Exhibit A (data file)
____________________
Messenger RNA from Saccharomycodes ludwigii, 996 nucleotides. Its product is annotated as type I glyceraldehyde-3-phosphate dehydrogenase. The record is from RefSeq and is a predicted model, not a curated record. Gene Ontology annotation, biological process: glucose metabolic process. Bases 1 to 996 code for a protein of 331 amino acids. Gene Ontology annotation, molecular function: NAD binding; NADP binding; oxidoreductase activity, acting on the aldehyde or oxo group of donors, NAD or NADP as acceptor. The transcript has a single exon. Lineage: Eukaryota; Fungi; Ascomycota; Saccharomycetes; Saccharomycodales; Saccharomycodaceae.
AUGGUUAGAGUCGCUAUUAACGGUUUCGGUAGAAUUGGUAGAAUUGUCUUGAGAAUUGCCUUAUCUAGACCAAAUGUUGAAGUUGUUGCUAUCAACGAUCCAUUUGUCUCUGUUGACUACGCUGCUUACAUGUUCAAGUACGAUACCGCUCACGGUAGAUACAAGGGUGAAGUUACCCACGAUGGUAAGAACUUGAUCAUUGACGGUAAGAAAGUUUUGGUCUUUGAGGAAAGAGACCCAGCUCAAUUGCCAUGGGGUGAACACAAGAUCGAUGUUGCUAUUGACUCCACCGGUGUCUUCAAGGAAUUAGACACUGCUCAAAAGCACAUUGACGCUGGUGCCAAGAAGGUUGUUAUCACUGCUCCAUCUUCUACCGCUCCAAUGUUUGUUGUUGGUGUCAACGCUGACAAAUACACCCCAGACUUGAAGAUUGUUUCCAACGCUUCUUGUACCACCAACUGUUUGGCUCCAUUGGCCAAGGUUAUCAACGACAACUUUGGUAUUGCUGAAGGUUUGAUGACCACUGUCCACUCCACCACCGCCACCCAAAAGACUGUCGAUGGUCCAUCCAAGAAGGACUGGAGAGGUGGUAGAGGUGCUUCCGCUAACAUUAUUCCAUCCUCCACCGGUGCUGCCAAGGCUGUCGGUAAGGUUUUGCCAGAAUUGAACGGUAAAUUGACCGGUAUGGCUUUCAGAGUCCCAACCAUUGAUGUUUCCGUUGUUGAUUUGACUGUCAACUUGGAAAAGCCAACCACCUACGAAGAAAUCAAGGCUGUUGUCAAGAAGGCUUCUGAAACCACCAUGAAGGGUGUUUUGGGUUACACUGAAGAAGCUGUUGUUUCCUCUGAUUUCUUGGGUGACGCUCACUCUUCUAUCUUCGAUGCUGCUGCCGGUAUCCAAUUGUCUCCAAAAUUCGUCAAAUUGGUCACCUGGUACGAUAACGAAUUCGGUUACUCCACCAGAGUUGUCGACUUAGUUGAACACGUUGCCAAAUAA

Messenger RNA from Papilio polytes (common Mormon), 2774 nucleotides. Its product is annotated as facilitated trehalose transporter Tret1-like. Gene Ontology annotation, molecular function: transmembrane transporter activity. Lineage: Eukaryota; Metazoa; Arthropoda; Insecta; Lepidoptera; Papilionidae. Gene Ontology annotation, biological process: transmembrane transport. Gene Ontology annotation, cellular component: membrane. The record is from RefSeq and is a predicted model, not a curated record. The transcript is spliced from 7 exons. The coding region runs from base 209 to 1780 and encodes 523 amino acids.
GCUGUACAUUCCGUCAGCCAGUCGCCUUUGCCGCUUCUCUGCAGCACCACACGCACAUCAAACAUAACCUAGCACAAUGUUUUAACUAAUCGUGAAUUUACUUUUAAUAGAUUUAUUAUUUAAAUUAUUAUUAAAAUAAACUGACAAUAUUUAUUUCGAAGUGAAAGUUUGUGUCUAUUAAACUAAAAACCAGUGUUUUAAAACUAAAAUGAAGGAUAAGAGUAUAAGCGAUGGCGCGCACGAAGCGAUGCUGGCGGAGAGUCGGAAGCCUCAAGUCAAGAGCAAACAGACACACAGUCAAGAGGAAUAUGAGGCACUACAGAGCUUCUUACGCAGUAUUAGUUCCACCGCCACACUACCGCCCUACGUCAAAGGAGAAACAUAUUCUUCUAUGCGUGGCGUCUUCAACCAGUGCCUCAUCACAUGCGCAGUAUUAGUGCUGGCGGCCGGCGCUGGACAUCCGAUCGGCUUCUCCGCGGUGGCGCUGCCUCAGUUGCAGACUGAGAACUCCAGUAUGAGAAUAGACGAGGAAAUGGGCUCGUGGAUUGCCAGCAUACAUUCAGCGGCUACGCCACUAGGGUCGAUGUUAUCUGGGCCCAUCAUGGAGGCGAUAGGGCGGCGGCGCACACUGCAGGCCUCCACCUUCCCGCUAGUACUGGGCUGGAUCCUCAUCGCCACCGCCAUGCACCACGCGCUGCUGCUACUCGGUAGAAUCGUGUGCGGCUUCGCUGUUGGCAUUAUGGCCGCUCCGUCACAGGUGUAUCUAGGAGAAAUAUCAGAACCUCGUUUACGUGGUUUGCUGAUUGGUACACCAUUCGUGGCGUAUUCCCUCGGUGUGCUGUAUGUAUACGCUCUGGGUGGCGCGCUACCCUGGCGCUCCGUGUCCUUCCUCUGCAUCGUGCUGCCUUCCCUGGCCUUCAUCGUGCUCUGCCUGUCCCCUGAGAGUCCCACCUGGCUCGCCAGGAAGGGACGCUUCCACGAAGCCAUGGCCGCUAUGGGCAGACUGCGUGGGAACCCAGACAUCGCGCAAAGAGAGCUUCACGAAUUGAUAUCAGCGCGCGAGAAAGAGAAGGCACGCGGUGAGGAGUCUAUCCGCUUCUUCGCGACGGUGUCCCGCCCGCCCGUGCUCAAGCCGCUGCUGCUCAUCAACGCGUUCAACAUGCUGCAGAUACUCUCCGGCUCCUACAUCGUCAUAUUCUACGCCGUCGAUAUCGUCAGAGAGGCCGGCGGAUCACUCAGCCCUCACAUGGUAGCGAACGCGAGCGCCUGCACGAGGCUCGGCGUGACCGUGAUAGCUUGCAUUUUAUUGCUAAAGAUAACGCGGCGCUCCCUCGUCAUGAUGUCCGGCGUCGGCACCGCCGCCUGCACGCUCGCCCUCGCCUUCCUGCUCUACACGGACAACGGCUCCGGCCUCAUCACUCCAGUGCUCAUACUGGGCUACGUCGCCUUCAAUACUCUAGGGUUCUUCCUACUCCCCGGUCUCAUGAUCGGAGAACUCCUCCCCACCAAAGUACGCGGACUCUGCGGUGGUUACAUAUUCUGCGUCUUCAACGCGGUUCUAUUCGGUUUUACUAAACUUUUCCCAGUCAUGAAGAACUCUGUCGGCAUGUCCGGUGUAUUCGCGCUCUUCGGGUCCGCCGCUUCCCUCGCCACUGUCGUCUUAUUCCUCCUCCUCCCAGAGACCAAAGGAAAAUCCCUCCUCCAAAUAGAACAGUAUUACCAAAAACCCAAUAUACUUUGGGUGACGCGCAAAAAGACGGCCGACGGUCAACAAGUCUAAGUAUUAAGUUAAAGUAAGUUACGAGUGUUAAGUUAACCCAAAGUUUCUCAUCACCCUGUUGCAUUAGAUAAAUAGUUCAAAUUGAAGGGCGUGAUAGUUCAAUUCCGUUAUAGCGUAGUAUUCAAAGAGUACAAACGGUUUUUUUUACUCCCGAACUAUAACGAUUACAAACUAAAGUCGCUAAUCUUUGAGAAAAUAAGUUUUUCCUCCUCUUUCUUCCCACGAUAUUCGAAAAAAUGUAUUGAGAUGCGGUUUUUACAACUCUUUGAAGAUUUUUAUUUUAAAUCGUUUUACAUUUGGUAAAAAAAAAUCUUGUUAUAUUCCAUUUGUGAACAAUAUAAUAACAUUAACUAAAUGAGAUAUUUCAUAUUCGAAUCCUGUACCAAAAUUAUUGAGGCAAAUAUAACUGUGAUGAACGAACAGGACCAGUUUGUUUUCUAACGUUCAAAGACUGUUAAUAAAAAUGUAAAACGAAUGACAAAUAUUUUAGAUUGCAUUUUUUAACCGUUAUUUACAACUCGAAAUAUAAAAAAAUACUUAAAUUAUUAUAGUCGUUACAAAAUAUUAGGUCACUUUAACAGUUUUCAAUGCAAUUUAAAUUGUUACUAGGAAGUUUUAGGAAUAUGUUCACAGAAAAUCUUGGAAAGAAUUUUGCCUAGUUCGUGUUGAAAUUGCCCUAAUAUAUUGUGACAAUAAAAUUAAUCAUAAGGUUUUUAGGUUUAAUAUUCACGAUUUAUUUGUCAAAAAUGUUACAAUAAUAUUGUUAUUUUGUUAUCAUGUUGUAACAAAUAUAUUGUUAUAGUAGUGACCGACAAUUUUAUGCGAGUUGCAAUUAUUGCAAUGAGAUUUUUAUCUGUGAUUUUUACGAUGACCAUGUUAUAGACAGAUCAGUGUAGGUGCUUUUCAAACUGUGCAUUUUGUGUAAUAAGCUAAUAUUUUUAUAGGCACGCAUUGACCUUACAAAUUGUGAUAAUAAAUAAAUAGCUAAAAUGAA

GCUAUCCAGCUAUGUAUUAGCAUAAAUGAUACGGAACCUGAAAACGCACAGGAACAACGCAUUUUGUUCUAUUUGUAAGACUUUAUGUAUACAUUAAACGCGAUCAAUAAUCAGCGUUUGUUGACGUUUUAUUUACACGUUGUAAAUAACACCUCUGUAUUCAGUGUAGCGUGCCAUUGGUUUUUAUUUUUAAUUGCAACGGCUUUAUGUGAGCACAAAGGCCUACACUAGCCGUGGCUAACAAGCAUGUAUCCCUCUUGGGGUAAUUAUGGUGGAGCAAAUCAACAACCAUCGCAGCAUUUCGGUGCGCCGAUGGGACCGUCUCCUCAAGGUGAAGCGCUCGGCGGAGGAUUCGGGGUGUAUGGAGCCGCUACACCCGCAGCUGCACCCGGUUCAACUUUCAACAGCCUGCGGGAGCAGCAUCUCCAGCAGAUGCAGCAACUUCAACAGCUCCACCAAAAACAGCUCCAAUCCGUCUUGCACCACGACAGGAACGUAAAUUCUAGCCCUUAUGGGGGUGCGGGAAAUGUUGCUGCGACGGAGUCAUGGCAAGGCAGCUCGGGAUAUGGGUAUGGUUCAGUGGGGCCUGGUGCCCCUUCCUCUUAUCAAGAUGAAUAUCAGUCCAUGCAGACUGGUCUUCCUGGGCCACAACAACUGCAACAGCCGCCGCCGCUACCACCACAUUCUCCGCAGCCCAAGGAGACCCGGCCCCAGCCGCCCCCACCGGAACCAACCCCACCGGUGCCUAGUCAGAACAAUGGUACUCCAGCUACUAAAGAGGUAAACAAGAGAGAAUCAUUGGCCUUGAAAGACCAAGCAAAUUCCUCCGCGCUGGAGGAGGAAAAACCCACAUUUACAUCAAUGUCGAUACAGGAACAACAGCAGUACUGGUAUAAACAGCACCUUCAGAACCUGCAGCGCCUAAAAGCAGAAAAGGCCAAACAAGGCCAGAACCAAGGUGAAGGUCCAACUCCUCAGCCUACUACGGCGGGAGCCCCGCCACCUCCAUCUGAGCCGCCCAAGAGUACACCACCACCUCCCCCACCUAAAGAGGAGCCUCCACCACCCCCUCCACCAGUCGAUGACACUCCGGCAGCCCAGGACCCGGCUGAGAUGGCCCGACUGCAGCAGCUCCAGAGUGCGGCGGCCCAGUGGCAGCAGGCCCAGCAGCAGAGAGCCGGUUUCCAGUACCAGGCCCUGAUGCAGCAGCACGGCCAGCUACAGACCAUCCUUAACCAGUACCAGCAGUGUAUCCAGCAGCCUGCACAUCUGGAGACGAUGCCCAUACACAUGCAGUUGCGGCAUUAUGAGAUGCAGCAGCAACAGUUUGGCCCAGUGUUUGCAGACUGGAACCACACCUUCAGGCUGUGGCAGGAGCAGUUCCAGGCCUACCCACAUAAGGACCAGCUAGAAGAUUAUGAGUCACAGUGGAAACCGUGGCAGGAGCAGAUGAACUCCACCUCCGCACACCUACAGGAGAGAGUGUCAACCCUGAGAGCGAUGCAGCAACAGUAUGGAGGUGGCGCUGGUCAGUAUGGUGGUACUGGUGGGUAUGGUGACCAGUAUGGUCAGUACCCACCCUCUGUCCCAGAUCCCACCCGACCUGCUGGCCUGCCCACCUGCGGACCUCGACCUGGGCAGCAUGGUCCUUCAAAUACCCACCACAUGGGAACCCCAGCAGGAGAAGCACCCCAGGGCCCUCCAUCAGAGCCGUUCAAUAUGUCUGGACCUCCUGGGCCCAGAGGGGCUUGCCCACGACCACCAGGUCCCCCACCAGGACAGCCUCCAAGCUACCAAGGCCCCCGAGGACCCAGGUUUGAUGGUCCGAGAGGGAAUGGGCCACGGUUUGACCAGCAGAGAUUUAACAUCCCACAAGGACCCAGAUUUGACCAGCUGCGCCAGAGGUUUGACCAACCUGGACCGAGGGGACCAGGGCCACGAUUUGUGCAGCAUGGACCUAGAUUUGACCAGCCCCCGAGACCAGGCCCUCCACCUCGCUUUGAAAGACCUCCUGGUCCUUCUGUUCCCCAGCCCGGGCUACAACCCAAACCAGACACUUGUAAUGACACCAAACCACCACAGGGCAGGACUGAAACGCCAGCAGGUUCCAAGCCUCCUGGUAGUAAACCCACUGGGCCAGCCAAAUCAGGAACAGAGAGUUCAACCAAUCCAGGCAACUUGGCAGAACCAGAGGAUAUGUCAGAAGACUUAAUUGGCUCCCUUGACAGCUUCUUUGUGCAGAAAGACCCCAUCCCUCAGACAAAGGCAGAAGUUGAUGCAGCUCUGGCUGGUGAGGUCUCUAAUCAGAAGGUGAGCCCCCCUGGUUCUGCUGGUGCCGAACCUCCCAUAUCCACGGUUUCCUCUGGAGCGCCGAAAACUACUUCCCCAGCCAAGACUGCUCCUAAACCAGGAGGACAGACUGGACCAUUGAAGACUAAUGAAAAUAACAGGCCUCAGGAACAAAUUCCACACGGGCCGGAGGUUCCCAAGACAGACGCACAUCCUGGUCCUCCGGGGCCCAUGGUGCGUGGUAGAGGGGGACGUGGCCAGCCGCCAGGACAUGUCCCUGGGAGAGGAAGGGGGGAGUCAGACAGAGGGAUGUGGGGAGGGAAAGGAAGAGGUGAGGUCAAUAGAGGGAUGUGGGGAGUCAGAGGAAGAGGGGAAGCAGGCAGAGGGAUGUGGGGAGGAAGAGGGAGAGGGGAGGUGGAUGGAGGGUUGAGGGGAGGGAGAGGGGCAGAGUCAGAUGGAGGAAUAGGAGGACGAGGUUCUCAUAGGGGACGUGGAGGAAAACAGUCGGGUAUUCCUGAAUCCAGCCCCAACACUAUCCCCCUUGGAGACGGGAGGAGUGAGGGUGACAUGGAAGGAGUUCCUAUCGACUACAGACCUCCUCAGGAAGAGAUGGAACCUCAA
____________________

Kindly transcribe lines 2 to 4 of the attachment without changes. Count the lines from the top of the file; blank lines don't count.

AUGGUUAGAGUCGCUAUUAACGGUUUCGGUAGAAUUGGUAGAAUUGUCUUGAGAAUUGCCUUAUCUAGACCAAAUGUUGAAGUUGUUGCUAUCAACGAUCCAUUUGUCUCUGUUGACUACGCUGCUUACAUGUUCAAGUACGAUACCGCUCACGGUAGAUACAAGGGUGAAGUUACCCACGAUGGUAAGAACUUGAUCAUUGACGGUAAGAAAGUUUUGGUCUUUGAGGAAAGAGACCCAGCUCAAUUGCCAUGGGGUGAACACAAGAUCGAUGUUGCUAUUGACUCCACCGGUGUCUUCAAGGAAUUAGACACUGCUCAAAAGCACAUUGACGCUGGUGCCAAGAAGGUUGUUAUCACUGCUCCAUCUUCUACCGCUCCAAUGUUUGUUGUUGGUGUCAACGCUGACAAAUACACCCCAGACUUGAAGAUUGUUUCCAACGCUUCUUGUACCACCAACUGUUUGGCUCCAUUGGCCAAGGUUAUCAACGACAACUUUGGUAUUGCUGAAGGUUUGAUGACCACUGUCCACUCCACCACCGCCACCCAAAAGACUGUCGAUGGUCCAUCCAAGAAGGACUGGAGAGGUGGUAGAGGUGCUUCCGCUAACAUUAUUCCAUCCUCCACCGGUGCUGCCAAGGCUGUCGGUAAGGUUUUGCCAGAAUUGAACGGUAAAUUGACCGGUAUGGCUUUCAGAGUCCCAACCAUUGAUGUUUCCGUUGUUGAUUUGACUGUCAACUUGGAAAAGCCAACCACCUACGAAGAAAUCAAGGCUGUUGUCAAGAAGGCUUCUGAAACCACCAUGAAGGGUGUUUUGGGUUACACUGAAGAAGCUGUUGUUUCCUCUGAUUUCUUGGGUGACGCUCACUCUUCUAUCUUCGAUGCUGCUGCCGGUAUCCAAUUGUCUCCAAAAUUCGUCAAAUUGGUCACCUGGUACGAUAACGAAUUCGGUUACUCCACCAGAGUUGUCGACUUAGUUGAACACGUUGCCAAAUAA

Messenger RNA from Papilio polytes (common Mormon), 2774 nucleotides. Its product is annotated as facilitated trehalose transporter Tret1-like. Gene Ontology annotation, molecular function: transmembrane transporter activity. Lineage: Eukaryota; Metazoa; Arthropoda; Insecta; Lepidoptera; Papilionidae. Gene Ontology annotation, biological process: transmembrane transport. Gene Ontology annotation, cellular component: membrane. The record is from RefSeq and is a predicted model, not a curated record. The transcript is spliced from 7 exons. The coding region runs from base 209 to 1780 and encodes 523 amino acids.
GCUGUACAUUCCGUCAGCCAGUCGCCUUUGCCGCUUCUCUGCAGCACCACACGCACAUCAAACAUAACCUAGCACAAUGUUUUAACUAAUCGUGAAUUUACUUUUAAUAGAUUUAUUAUUUAAAUUAUUAUUAAAAUAAACUGACAAUAUUUAUUUCGAAGUGAAAGUUUGUGUCUAUUAAACUAAAAACCAGUGUUUUAAAACUAAAAUGAAGGAUAAGAGUAUAAGCGAUGGCGCGCACGAAGCGAUGCUGGCGGAGAGUCGGAAGCCUCAAGUCAAGAGCAAACAGACACACAGUCAAGAGGAAUAUGAGGCACUACAGAGCUUCUUACGCAGUAUUAGUUCCACCGCCACACUACCGCCCUACGUCAAAGGAGAAACAUAUUCUUCUAUGCGUGGCGUCUUCAACCAGUGCCUCAUCACAUGCGCAGUAUUAGUGCUGGCGGCCGGCGCUGGACAUCCGAUCGGCUUCUCCGCGGUGGCGCUGCCUCAGUUGCAGACUGAGAACUCCAGUAUGAGAAUAGACGAGGAAAUGGGCUCGUGGAUUGCCAGCAUACAUUCAGCGGCUACGCCACUAGGGUCGAUGUUAUCUGGGCCCAUCAUGGAGGCGAUAGGGCGGCGGCGCACACUGCAGGCCUCCACCUUCCCGCUAGUACUGGGCUGGAUCCUCAUCGCCACCGCCAUGCACCACGCGCUGCUGCUACUCGGUAGAAUCGUGUGCGGCUUCGCUGUUGGCAUUAUGGCCGCUCCGUCACAGGUGUAUCUAGGAGAAAUAUCAGAACCUCGUUUACGUGGUUUGCUGAUUGGUACACCAUUCGUGGCGUAUUCCCUCGGUGUGCUGUAUGUAUACGCUCUGGGUGGCGCGCUACCCUGGCGCUCCGUGUCCUUCCUCUGCAUCGUGCUGCCUUCCCUGGCCUUCAUCGUGCUCUGCCUGUCCCCUGAGAGUCCCACCUGGCUCGCCAGGAAGGGACGCUUCCACGAAGCCAUGGCCGCUAUGGGCAGACUGCGUGGGAACCCAGACAUCGCGCAAAGAGAGCUUCACGAAUUGAUAUCAGCGCGCGAGAAAGAGAAGGCACGCGGUGAGGAGUCUAUCCGCUUCUUCGCGACGGUGUCCCGCCCGCCCGUGCUCAAGCCGCUGCUGCUCAUCAACGCGUUCAACAUGCUGCAGAUACUCUCCGGCUCCUACAUCGUCAUAUUCUACGCCGUCGAUAUCGUCAGAGAGGCCGGCGGAUCACUCAGCCCUCACAUGGUAGCGAACGCGAGCGCCUGCACGAGGCUCGGCGUGACCGUGAUAGCUUGCAUUUUAUUGCUAAAGAUAACGCGGCGCUCCCUCGUCAUGAUGUCCGGCGUCGGCACCGCCGCCUGCACGCUCGCCCUCGCCUUCCUGCUCUACACGGACAACGGCUCCGGCCUCAUCACUCCAGUGCUCAUACUGGGCUACGUCGCCUUCAAUACUCUAGGGUUCUUCCUACUCCCCGGUCUCAUGAUCGGAGAACUCCUCCCCACCAAAGUACGCGGACUCUGCGGUGGUUACAUAUUCUGCGUCUUCAACGCGGUUCUAUUCGGUUUUACUAAACUUUUCCCAGUCAUGAAGAACUCUGUCGGCAUGUCCGGUGUAUUCGCGCUCUUCGGGUCCGCCGCUUCCCUCGCCACUGUCGUCUUAUUCCUCCUCCUCCCAGAGACCAAAGGAAAAUCCCUCCUCCAAAUAGAACAGUAUUACCAAAAACCCAAUAUACUUUGGGUGACGCGCAAAAAGACGGCCGACGGUCAACAAGUCUAAGUAUUAAGUUAAAGUAAGUUACGAGUGUUAAGUUAACCCAAAGUUUCUCAUCACCCUGUUGCAUUAGAUAAAUAGUUCAAAUUGAAGGGCGUGAUAGUUCAAUUCCGUUAUAGCGUAGUAUUCAAAGAGUACAAACGGUUUUUUUUACUCCCGAACUAUAACGAUUACAAACUAAAGUCGCUAAUCUUUGAGAAAAUAAGUUUUUCCUCCUCUUUCUUCCCACGAUAUUCGAAAAAAUGUAUUGAGAUGCGGUUUUUACAACUCUUUGAAGAUUUUUAUUUUAAAUCGUUUUACAUUUGGUAAAAAAAAAUCUUGUUAUAUUCCAUUUGUGAACAAUAUAAUAACAUUAACUAAAUGAGAUAUUUCAUAUUCGAAUCCUGUACCAAAAUUAUUGAGGCAAAUAUAACUGUGAUGAACGAACAGGACCAGUUUGUUUUCUAACGUUCAAAGACUGUUAAUAAAAAUGUAAAACGAAUGACAAAUAUUUUAGAUUGCAUUUUUUAACCGUUAUUUACAACUCGAAAUAUAAAAAAAUACUUAAAUUAUUAUAGUCGUUACAAAAUAUUAGGUCACUUUAACAGUUUUCAAUGCAAUUUAAAUUGUUACUAGGAAGUUUUAGGAAUAUGUUCACAGAAAAUCUUGGAAAGAAUUUUGCCUAGUUCGUGUUGAAAUUGCCCUAAUAUAUUGUGACAAUAAAAUUAAUCAUAAGGUUUUUAGGUUUAAUAUUCACGAUUUAUUUGUCAAAAAUGUUACAAUAAUAUUGUUAUUUUGUUAUCAUGUUGUAACAAAUAUAUUGUUAUAGUAGUGACCGACAAUUUUAUGCGAGUUGCAAUUAUUGCAAUGAGAUUUUUAUCUGUGAUUUUUACGAUGACCAUGUUAUAGACAGAUCAGUGUAGGUGCUUUUCAAACUGUGCAUUUUGUGUAAUAAGCUAAUAUUUUUAUAGGCACGCAUUGACCUUACAAAUUGUGAUAAUAAAUAAAUAGCUAAAAUGAA